Scientific review article
Autor: Svetlana Pantelić
JEL: B11, E42, N23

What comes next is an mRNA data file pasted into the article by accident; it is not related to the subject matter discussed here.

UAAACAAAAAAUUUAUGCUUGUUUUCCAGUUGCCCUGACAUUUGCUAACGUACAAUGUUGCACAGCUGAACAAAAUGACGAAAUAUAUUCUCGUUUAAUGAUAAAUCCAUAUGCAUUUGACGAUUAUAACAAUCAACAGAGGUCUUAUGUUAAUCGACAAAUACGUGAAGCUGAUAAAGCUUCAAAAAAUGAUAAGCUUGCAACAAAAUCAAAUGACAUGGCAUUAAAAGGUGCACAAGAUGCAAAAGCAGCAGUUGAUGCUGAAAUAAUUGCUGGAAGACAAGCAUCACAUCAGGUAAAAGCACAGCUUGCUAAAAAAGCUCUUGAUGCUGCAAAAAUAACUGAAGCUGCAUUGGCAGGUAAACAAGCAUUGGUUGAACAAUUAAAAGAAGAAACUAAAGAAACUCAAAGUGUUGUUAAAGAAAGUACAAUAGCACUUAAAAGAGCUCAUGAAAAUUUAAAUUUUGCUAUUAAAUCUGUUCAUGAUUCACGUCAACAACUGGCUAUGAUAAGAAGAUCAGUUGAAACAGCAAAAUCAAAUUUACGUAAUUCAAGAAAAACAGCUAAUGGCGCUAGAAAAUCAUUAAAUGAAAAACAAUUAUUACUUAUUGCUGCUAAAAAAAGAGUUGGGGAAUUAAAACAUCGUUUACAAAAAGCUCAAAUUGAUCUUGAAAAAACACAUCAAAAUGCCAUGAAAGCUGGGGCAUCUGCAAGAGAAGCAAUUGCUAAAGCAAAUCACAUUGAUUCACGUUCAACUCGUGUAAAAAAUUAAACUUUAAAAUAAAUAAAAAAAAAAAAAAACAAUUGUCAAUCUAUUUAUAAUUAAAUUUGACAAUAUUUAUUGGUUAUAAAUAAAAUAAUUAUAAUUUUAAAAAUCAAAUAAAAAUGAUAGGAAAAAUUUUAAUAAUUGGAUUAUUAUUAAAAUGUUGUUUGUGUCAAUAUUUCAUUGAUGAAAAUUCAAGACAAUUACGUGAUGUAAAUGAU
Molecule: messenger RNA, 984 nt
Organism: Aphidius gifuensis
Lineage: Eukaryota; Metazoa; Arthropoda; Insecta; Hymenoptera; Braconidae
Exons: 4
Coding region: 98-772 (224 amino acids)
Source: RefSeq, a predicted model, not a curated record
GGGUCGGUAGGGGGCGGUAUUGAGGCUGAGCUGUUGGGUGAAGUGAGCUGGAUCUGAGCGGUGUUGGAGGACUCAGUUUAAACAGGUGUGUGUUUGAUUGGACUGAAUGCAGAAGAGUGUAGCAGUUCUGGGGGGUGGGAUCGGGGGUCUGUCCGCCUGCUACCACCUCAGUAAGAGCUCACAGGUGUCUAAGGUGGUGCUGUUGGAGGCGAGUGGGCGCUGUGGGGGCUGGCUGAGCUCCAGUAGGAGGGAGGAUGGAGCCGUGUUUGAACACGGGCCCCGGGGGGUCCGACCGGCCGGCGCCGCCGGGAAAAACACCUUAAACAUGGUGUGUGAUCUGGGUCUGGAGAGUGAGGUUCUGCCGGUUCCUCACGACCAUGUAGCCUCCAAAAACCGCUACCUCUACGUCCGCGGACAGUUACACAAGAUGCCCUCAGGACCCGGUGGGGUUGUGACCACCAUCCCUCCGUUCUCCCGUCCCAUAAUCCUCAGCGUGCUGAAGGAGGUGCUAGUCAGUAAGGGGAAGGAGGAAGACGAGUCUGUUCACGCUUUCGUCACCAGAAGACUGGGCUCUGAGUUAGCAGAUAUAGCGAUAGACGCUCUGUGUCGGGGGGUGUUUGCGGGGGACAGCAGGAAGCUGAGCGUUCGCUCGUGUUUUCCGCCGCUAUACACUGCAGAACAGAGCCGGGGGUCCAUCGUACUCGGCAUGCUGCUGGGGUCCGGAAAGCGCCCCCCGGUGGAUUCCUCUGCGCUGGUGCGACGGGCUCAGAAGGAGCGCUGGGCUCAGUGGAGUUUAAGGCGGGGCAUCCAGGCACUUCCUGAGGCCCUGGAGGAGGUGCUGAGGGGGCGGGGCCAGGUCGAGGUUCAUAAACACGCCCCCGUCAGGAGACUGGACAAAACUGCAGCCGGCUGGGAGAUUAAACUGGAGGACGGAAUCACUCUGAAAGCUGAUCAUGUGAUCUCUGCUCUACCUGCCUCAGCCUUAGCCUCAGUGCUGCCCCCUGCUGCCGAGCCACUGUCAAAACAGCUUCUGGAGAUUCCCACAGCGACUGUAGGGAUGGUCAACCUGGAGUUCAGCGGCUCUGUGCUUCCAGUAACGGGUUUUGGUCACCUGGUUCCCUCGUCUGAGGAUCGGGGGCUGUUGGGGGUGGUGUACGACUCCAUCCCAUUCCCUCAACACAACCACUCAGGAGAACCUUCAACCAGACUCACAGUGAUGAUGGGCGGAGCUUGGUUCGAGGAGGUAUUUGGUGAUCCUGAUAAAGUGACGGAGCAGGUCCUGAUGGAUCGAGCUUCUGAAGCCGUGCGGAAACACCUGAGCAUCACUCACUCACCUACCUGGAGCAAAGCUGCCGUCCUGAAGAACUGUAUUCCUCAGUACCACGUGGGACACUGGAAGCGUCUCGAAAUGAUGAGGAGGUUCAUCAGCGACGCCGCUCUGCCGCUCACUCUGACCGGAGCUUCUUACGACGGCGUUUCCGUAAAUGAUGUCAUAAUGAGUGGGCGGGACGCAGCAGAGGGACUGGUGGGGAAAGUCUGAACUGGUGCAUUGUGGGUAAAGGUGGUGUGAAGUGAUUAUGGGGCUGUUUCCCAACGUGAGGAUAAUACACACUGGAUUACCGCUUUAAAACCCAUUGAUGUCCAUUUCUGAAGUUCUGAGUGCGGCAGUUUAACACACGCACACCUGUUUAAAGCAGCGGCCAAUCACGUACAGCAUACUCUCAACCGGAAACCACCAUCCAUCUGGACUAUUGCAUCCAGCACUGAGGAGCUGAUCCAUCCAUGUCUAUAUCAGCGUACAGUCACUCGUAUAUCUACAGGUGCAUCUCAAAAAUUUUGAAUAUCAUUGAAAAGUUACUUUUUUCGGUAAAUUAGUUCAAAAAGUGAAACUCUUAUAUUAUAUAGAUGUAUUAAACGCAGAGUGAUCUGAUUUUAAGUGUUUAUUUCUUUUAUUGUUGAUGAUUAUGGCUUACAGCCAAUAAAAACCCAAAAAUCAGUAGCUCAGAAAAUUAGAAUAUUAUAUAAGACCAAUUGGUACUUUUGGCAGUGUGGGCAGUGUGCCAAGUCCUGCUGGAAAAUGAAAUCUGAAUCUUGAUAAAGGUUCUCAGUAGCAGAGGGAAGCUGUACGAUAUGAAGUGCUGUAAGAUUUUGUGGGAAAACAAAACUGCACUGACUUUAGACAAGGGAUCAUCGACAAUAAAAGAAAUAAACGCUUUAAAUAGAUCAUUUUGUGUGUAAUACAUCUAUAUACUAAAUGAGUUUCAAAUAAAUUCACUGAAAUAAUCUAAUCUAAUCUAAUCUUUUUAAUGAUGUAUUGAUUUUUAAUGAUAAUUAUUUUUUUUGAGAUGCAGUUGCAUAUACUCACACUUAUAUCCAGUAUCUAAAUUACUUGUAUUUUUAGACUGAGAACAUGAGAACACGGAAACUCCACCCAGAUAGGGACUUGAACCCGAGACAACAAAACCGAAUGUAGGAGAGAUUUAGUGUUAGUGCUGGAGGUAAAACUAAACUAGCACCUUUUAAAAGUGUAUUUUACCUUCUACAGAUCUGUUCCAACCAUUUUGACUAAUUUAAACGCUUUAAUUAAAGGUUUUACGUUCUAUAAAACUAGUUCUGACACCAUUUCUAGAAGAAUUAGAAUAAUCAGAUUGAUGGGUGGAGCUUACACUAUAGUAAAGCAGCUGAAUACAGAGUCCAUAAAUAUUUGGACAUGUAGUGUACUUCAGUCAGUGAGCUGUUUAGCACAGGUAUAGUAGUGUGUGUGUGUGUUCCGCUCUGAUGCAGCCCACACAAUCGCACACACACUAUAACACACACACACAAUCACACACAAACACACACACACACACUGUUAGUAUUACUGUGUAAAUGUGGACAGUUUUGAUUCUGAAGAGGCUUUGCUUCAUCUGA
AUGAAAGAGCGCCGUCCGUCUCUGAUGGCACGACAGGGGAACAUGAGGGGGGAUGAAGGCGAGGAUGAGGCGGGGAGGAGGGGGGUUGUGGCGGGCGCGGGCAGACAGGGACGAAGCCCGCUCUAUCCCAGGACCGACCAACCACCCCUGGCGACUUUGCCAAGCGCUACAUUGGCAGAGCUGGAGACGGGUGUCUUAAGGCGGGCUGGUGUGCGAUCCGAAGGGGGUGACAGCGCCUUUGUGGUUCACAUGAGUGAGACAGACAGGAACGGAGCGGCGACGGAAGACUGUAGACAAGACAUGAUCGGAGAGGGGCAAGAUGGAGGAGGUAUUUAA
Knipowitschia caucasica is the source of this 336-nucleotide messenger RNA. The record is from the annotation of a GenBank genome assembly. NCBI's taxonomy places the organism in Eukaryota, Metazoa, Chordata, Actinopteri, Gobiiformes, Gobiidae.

Summary: Thanks to his virtues: bravery, strength, vigorousness and exquisite military skills, Galerius was appointed Caesar of the Eastern part of the Empire in 293. He was successful in fighting against the barbarians and the Persians, which brought his excellent reputation. In their positions of Augusti, Diocletian and Maximian were succeeded by Galerius and Chlorus. Although a conservative defender of the existing order, Galerius issues the so-called Edict of Toleration, which relates to the freedom of Christians to practice their religion and perform religious rituals. Galerius wanted to restore Diocletian’s project of the Tetrarchy (two Augusti and two Caesars), but in this he had no success. He renounced his position of Augustus, and died in 311 after a long and serious illness. The images of Galerius in his coins are stereotypical, limited by tetrarchy-imposed uniformity and impersonality, but nevertheless featuring prominent military strength, asceticism and victorious might in his portraits. In addition to these, coins were also minted to honour his wife Valeria Galeria. In these coins Valeria is presented as a young matron of cold beauty, with a noble and stout face.

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